Meanwhile over in Wyoming at the Jackson Hole economic meeting, all the movers and shakers were talking about the economy, inflation, and interest rates. Despite several fed heads telling folks that they think rates must go higher, most of the talking heads began to tell folks that it seemed the Fed might only do a 50 basis point hike at its next meeting. (Hogwash, you’ll see why)
The duo’s historic cross-country expedition began in 1804, when President Thomas Jefferson directed Meriwether Lewis to explore lands west of the Mississippi included in the Louisiana Purchase.
Lewis chose William Clark as his co-leader for the mission. Their treacherous adventure lasted over two years.
Along the way, they faced hostile weather, unforgiving terrain, perilous waters, bodily injury, persistent hunger, disease and both friendly and unwelcoming Native Americans.
Nevertheless, their roughly 8,000-mile trek was deemed a big success and provided new geographic, ecological and cultural information about previously unmapped areas of North America.
It was all about slow and steady.
Fast Forward 400 Years.......
One of the economy’s many enigmas in 2022 has been “blockbuster jobs growth during a time of very low unemployment vs. complaints of a labor shortage,” according to Courtenay Brown and Neil Irwin.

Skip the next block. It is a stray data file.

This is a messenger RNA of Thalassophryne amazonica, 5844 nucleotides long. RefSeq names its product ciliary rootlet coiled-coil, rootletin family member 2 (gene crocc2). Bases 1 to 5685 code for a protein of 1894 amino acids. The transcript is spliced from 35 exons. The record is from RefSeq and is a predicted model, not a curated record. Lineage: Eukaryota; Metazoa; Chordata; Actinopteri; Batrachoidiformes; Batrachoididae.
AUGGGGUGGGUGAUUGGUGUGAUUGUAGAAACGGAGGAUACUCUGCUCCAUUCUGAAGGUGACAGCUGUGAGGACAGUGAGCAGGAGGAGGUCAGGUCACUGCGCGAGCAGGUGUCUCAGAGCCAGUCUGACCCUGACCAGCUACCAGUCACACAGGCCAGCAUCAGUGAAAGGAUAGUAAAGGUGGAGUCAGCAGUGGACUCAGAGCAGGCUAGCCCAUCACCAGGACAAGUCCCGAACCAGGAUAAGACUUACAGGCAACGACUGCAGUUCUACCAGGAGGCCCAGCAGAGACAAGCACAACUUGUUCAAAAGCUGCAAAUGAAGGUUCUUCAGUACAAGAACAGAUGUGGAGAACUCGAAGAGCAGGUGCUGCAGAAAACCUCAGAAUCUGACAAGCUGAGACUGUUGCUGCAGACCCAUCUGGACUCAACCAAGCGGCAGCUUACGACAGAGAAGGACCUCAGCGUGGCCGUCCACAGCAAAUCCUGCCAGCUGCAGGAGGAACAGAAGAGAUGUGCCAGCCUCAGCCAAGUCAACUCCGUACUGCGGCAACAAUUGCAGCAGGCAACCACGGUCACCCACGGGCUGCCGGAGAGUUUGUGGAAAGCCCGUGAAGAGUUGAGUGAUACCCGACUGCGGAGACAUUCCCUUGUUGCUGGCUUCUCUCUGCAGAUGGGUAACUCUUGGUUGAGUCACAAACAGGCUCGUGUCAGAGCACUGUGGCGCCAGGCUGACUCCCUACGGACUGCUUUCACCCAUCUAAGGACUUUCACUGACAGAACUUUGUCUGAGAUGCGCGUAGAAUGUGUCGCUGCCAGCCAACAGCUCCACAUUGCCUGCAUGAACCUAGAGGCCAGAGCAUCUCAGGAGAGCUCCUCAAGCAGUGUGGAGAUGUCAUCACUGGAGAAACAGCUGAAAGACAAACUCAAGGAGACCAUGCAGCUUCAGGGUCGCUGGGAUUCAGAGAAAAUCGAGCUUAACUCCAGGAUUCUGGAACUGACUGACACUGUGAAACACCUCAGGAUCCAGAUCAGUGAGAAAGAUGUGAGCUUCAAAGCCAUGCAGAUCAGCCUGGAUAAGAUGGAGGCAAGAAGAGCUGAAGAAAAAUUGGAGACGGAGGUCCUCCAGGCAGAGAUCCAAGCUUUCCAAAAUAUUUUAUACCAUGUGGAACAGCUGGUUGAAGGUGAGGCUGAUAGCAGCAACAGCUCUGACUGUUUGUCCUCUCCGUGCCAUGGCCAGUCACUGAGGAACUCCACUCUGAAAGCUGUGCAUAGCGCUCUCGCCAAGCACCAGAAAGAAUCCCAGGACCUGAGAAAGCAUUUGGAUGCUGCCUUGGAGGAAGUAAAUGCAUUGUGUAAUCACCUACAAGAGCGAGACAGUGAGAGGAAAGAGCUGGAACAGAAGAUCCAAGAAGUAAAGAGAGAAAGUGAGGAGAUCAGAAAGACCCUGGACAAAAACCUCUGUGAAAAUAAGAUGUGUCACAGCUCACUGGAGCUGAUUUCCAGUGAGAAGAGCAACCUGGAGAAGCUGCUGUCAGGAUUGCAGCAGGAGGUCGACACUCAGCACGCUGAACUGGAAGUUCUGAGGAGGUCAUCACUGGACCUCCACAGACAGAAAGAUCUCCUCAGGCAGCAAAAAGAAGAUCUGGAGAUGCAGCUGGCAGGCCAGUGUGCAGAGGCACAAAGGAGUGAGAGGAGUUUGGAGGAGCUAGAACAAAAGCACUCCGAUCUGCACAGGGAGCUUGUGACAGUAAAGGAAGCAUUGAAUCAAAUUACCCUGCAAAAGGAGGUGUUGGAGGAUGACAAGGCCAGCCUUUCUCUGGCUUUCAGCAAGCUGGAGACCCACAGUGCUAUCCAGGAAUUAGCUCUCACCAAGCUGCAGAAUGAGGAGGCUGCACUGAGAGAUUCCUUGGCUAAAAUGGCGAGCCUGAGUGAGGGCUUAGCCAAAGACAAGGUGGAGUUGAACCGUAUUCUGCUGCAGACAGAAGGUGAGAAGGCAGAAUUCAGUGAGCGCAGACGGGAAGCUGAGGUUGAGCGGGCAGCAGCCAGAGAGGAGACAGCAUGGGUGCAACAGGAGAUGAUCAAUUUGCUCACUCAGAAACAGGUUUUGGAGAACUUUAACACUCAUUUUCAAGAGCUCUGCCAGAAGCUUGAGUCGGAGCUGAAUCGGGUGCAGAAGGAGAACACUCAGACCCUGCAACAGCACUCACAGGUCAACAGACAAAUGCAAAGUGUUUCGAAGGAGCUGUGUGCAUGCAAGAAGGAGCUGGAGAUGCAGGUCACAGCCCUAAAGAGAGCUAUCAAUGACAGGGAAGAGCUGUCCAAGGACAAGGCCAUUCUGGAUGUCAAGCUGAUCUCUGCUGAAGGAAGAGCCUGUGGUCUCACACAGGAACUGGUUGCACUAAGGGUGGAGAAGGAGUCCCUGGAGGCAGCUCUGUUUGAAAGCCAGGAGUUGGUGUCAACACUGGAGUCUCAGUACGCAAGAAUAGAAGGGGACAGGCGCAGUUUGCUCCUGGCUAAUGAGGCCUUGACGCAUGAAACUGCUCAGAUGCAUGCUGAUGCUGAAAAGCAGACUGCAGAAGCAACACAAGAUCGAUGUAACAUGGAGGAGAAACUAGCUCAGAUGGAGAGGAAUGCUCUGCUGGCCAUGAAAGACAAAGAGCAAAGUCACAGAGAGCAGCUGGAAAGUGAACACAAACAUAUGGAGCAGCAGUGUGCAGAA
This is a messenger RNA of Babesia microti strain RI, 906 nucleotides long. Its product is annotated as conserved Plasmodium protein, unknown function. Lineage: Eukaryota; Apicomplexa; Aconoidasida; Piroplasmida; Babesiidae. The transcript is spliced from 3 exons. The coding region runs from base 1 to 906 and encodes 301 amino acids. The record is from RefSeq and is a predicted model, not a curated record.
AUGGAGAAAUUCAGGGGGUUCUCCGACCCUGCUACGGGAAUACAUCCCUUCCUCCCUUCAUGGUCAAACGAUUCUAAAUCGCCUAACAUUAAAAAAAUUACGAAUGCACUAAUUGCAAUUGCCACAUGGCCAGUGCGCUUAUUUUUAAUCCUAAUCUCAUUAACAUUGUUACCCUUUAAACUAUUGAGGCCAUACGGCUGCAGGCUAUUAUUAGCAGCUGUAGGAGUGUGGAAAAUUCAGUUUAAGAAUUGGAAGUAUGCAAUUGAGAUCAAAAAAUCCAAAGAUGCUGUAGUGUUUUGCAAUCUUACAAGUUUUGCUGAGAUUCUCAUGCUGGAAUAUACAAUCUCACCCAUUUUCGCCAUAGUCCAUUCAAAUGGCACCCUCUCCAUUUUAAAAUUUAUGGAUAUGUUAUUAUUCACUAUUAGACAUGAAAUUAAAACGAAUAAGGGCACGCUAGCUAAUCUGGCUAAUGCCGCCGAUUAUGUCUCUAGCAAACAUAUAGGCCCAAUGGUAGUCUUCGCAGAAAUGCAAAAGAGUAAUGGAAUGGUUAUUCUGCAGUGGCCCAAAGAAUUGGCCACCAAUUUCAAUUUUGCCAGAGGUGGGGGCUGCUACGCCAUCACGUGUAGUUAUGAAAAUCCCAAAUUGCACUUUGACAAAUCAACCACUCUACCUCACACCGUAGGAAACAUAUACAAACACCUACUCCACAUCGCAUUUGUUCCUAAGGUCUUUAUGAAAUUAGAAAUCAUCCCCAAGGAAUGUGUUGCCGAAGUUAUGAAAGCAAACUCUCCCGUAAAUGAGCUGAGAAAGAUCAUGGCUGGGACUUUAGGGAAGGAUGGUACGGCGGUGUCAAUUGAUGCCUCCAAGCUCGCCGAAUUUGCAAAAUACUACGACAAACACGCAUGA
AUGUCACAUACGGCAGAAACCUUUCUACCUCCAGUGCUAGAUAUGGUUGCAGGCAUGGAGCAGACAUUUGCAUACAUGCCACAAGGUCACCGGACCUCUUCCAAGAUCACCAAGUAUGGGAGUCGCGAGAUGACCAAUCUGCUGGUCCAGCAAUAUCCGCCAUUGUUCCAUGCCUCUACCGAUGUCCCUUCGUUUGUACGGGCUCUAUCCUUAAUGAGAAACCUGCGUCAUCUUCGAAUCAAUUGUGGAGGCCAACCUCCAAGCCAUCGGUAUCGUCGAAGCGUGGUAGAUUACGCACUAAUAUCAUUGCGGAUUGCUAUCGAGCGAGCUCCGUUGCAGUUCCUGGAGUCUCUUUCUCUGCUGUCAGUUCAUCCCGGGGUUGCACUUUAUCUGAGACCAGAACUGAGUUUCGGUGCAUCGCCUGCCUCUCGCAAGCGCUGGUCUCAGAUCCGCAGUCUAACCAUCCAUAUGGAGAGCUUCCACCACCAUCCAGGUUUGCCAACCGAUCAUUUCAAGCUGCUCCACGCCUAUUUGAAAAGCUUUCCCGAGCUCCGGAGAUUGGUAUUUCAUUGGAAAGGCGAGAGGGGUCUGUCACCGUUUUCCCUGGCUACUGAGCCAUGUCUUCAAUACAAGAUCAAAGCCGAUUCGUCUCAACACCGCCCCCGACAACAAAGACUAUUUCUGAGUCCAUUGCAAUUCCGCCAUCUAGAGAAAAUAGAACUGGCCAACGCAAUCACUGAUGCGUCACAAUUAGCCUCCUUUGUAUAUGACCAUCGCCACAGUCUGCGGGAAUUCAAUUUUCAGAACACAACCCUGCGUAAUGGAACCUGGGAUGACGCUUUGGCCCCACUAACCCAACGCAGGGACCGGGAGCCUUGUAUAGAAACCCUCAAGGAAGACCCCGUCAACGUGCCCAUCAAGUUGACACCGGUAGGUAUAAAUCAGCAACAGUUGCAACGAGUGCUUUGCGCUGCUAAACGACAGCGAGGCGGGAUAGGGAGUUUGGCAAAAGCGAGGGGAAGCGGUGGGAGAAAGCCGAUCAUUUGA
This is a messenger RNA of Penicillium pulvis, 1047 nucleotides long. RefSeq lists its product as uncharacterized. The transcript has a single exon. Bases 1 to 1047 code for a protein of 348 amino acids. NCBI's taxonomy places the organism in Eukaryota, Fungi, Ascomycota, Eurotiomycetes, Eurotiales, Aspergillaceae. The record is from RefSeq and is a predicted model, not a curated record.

They add that since earlier in the year, it’s seemed like something has had to give. Now, new evidence suggests that "something" may have arrived.
ADP, the nation's largest payroll processor, rolled out its new measure of private-sector payrolls on Wednesday.
In partnership with Stanford University’s Digital Economy Lab, the ADP Research Institute indicator infers data based on workers added or cut and paychecks sent by its own massive client base.
The other day, it showed private employers added 132,000 jobs in August — less than half from the 270,000 in July, and the lowest reading since January last year.
The newly designed ADP report aims to capture underlying employment trends compared to its older version that essentially represented little more than a prediction of what the BLS would report two days later.
Well…today’s job report shows that 318,000 jobs were added to private payrolls last month, the lowest gain since April 2021 and well below July's 526,000, but just slightly below economists' estimate of 318,000.